Jordan is a lawyer for a large law firm that offers legal services during corporate takeovers. He learns through a coworker that another team in the law firm is preparing to offer services to Corporation ABC as it acquires Corporation XYZ, but the public does not yet know about the impending merger. Jordan, anticipating that XYZ’s stock price will rise significantly, buys shares of XYZ with the hope to make a profit. Jordan thinks that since his law firm is not offering services to XYZ (only ABC), he doesn’t have a duty to uphold toward XYZ, and he believes that he’s found a loophole he can legally exploit.
Jordan is correct in that he’s avoided committing classic insider trading, but he’s instead committing misappropriation.
What is Short-Swing Trading
Short-Swing Trading is when company insiders who own more than 10 percent of the company trade the stock with the intention of making short-term profits at the expense of the company and its shareholders. However, determining if insiders are short-swing trading or simply reallocating their investments can be tricky. Congress responded to this problem by adopting a preventative procedure outlined in Section 16b of the 1934 Act. Known as the Short-Swing Profit Rule, it broadly removes the ability for insiders to make short-term profits on their company’s stock regardless of whether they are suspected of short-swing trading. Thus, the incentive to short-swing trade is removed altogether by the rule.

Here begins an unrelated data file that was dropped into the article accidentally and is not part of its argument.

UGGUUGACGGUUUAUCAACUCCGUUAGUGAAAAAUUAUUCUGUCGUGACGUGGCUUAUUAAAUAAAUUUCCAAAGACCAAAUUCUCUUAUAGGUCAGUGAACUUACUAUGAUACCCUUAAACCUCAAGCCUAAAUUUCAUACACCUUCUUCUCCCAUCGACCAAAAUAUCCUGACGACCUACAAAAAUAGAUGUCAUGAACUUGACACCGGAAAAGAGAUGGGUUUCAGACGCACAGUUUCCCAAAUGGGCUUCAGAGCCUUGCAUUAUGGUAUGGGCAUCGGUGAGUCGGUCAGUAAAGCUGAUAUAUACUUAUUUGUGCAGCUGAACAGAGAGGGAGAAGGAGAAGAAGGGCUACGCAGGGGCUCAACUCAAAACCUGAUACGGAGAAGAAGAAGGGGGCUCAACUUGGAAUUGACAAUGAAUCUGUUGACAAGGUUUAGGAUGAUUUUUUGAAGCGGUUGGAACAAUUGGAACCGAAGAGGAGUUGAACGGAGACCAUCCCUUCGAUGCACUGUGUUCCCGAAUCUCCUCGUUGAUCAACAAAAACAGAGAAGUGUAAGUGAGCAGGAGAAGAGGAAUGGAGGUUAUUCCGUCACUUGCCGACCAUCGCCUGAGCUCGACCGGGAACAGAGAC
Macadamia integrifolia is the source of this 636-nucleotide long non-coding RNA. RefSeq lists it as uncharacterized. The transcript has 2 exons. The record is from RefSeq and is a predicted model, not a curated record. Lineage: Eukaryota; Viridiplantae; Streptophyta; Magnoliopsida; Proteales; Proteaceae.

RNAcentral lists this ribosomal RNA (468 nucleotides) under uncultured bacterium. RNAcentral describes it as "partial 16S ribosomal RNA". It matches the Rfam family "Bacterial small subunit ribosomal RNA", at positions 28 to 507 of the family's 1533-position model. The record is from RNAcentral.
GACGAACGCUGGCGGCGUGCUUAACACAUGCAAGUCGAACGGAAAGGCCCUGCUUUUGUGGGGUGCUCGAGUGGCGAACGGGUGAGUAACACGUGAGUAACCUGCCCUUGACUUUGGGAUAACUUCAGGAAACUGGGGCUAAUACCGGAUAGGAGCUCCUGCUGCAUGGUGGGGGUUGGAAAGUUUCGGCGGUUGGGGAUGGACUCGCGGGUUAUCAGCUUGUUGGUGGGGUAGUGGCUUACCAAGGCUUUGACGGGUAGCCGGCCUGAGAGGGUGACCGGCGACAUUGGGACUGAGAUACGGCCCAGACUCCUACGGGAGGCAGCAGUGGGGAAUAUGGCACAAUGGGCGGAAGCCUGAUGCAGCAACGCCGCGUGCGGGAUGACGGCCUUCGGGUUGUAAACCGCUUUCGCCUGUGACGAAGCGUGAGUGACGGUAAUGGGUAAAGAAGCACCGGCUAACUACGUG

The Short-Swing Profit Rule specifically mandates that officers, directors, and shareholders who own more than 10% of the company must report to the SEC about the status and size of their holdings in the company, report any trades in the company’s stock to the SEC within two business days, and turn over to the company any profits they make from subsequent purchases or sales of the company’s stock within a six-month period. By removing the upfront incentive for insiders to short-swing trade, the rule prevents short-swing trading from occurring. This rule is still used today, and insiders of newly-public companies that own more than 10 percent of their company will need to be ready to adhere to this rule.